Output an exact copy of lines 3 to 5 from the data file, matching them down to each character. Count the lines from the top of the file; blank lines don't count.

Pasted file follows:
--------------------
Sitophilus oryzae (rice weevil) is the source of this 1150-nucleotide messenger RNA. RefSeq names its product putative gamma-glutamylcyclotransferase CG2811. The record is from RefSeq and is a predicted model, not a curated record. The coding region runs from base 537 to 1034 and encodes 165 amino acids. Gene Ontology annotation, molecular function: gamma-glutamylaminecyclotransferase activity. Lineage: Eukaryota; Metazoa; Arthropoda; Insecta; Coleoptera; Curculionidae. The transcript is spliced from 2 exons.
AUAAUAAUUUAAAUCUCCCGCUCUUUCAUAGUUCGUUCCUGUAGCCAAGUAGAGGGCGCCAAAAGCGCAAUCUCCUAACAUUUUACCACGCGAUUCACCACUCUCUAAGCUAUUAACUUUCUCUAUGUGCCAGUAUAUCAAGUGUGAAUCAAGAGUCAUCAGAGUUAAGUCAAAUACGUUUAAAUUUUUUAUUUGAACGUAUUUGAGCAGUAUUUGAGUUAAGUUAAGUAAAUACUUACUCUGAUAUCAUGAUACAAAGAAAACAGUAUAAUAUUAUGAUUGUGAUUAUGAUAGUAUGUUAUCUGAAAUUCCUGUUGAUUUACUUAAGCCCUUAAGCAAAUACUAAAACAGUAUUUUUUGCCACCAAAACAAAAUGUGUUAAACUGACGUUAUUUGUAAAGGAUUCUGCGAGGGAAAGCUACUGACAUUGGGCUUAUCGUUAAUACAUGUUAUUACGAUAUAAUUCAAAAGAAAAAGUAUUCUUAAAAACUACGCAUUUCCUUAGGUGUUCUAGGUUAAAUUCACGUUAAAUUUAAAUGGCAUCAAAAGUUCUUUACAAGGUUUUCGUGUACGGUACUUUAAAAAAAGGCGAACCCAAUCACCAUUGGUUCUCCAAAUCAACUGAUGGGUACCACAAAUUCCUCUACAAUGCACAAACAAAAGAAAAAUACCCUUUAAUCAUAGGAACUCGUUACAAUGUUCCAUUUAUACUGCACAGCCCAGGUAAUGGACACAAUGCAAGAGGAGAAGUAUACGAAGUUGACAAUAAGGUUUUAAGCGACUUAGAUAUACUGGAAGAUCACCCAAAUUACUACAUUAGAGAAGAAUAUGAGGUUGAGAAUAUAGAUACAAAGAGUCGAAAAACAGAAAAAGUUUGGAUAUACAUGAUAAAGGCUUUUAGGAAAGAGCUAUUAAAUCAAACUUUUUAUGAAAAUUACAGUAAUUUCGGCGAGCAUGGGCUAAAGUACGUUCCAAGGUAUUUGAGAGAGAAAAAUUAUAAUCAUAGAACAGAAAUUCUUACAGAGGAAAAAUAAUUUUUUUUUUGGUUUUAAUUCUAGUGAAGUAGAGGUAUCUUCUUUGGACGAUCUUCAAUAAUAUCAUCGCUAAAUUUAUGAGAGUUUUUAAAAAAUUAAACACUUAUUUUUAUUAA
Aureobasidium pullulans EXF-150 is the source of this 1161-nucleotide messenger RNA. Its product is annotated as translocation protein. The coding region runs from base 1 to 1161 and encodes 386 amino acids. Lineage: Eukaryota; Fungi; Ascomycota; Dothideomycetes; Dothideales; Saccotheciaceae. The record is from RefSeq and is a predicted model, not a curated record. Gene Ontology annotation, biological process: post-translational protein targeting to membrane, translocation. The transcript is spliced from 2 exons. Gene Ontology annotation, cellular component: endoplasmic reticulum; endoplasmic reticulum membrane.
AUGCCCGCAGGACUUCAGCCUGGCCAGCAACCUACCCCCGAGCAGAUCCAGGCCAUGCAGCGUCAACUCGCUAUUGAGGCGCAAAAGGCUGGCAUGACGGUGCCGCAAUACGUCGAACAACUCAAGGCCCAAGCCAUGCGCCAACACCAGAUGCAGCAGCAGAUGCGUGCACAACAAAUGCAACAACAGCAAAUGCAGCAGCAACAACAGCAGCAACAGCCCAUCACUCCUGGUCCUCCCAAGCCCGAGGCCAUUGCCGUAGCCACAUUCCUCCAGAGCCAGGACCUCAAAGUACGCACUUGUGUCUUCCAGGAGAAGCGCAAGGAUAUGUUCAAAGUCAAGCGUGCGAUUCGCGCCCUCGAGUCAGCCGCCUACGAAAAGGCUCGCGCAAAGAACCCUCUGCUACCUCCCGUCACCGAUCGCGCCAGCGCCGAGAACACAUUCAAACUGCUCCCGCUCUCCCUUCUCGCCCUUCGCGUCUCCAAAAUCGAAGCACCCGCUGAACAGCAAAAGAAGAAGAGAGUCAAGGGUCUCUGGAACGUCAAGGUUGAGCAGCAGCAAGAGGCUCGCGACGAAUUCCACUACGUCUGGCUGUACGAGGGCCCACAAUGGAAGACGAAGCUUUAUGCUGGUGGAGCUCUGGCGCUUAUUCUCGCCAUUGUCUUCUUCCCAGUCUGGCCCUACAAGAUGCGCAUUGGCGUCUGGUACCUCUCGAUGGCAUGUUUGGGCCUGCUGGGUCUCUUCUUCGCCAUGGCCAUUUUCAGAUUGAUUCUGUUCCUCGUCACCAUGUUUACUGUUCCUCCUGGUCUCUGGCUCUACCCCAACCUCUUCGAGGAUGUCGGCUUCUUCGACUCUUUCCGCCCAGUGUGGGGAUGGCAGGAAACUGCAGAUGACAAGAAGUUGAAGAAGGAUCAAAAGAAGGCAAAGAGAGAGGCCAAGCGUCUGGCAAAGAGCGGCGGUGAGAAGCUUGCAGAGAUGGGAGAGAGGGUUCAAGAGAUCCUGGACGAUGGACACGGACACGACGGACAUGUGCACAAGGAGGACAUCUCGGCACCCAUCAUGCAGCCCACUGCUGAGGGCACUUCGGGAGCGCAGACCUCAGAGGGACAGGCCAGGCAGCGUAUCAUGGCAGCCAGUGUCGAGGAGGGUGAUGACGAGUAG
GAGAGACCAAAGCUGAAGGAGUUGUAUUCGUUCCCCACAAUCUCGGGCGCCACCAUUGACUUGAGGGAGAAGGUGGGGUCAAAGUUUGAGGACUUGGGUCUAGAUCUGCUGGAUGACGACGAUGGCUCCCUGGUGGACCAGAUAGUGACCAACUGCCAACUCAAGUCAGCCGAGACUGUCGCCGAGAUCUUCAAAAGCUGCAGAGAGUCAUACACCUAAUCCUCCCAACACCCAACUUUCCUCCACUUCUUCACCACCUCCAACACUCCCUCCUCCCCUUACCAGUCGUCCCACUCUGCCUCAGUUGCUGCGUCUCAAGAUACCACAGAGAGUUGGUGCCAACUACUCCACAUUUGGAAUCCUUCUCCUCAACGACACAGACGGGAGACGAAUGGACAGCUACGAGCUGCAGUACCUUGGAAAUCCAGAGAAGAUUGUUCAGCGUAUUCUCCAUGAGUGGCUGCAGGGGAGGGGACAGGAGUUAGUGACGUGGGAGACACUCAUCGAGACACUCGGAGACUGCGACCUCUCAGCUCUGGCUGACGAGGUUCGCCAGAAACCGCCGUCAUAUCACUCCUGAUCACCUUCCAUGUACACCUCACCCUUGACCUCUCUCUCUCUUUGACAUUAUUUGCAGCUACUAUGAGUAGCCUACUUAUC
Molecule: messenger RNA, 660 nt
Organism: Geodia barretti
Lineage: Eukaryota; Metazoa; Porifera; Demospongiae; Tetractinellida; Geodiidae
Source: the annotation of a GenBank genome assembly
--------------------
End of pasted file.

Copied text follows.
Aureobasidium pullulans EXF-150 is the source of this 1161-nucleotide messenger RNA. Its product is annotated as translocation protein. The coding region runs from base 1 to 1161 and encodes 386 amino acids. Lineage: Eukaryota; Fungi; Ascomycota; Dothideomycetes; Dothideales; Saccotheciaceae. The record is from RefSeq and is a predicted model, not a curated record. Gene Ontology annotation, biological process: post-translational protein targeting to membrane, translocation. The transcript is spliced from 2 exons. Gene Ontology annotation, cellular component: endoplasmic reticulum; endoplasmic reticulum membrane.
AUGCCCGCAGGACUUCAGCCUGGCCAGCAACCUACCCCCGAGCAGAUCCAGGCCAUGCAGCGUCAACUCGCUAUUGAGGCGCAAAAGGCUGGCAUGACGGUGCCGCAAUACGUCGAACAACUCAAGGCCCAAGCCAUGCGCCAACACCAGAUGCAGCAGCAGAUGCGUGCACAACAAAUGCAACAACAGCAAAUGCAGCAGCAACAACAGCAGCAACAGCCCAUCACUCCUGGUCCUCCCAAGCCCGAGGCCAUUGCCGUAGCCACAUUCCUCCAGAGCCAGGACCUCAAAGUACGCACUUGUGUCUUCCAGGAGAAGCGCAAGGAUAUGUUCAAAGUCAAGCGUGCGAUUCGCGCCCUCGAGUCAGCCGCCUACGAAAAGGCUCGCGCAAAGAACCCUCUGCUACCUCCCGUCACCGAUCGCGCCAGCGCCGAGAACACAUUCAAACUGCUCCCGCUCUCCCUUCUCGCCCUUCGCGUCUCCAAAAUCGAAGCACCCGCUGAACAGCAAAAGAAGAAGAGAGUCAAGGGUCUCUGGAACGUCAAGGUUGAGCAGCAGCAAGAGGCUCGCGACGAAUUCCACUACGUCUGGCUGUACGAGGGCCCACAAUGGAAGACGAAGCUUUAUGCUGGUGGAGCUCUGGCGCUUAUUCUCGCCAUUGUCUUCUUCCCAGUCUGGCCCUACAAGAUGCGCAUUGGCGUCUGGUACCUCUCGAUGGCAUGUUUGGGCCUGCUGGGUCUCUUCUUCGCCAUGGCCAUUUUCAGAUUGAUUCUGUUCCUCGUCACCAUGUUUACUGUUCCUCCUGGUCUCUGGCUCUACCCCAACCUCUUCGAGGAUGUCGGCUUCUUCGACUCUUUCCGCCCAGUGUGGGGAUGGCAGGAAACUGCAGAUGACAAGAAGUUGAAGAAGGAUCAAAAGAAGGCAAAGAGAGAGGCCAAGCGUCUGGCAAAGAGCGGCGGUGAGAAGCUUGCAGAGAUGGGAGAGAGGGUUCAAGAGAUCCUGGACGAUGGACACGGACACGACGGACAUGUGCACAAGGAGGACAUCUCGGCACCCAUCAUGCAGCCCACUGCUGAGGGCACUUCGGGAGCGCAGACCUCAGAGGGACAGGCCAGGCAGCGUAUCAUGGCAGCCAGUGUCGAGGAGGGUGAUGACGAGUAG
GAGAGACCAAAGCUGAAGGAGUUGUAUUCGUUCCCCACAAUCUCGGGCGCCACCAUUGACUUGAGGGAGAAGGUGGGGUCAAAGUUUGAGGACUUGGGUCUAGAUCUGCUGGAUGACGACGAUGGCUCCCUGGUGGACCAGAUAGUGACCAACUGCCAACUCAAGUCAGCCGAGACUGUCGCCGAGAUCUUCAAAAGCUGCAGAGAGUCAUACACCUAAUCCUCCCAACACCCAACUUUCCUCCACUUCUUCACCACCUCCAACACUCCCUCCUCCCCUUACCAGUCGUCCCACUCUGCCUCAGUUGCUGCGUCUCAAGAUACCACAGAGAGUUGGUGCCAACUACUCCACAUUUGGAAUCCUUCUCCUCAACGACACAGACGGGAGACGAAUGGACAGCUACGAGCUGCAGUACCUUGGAAAUCCAGAGAAGAUUGUUCAGCGUAUUCUCCAUGAGUGGCUGCAGGGGAGGGGACAGGAGUUAGUGACGUGGGAGACACUCAUCGAGACACUCGGAGACUGCGACCUCUCAGCUCUGGCUGACGAGGUUCGCCAGAAACCGCCGUCAUAUCACUCCUGAUCACCUUCCAUGUACACCUCACCCUUGACCUCUCUCUCUCUUUGACAUUAUUUGCAGCUACUAUGAGUAGCCUACUUAUC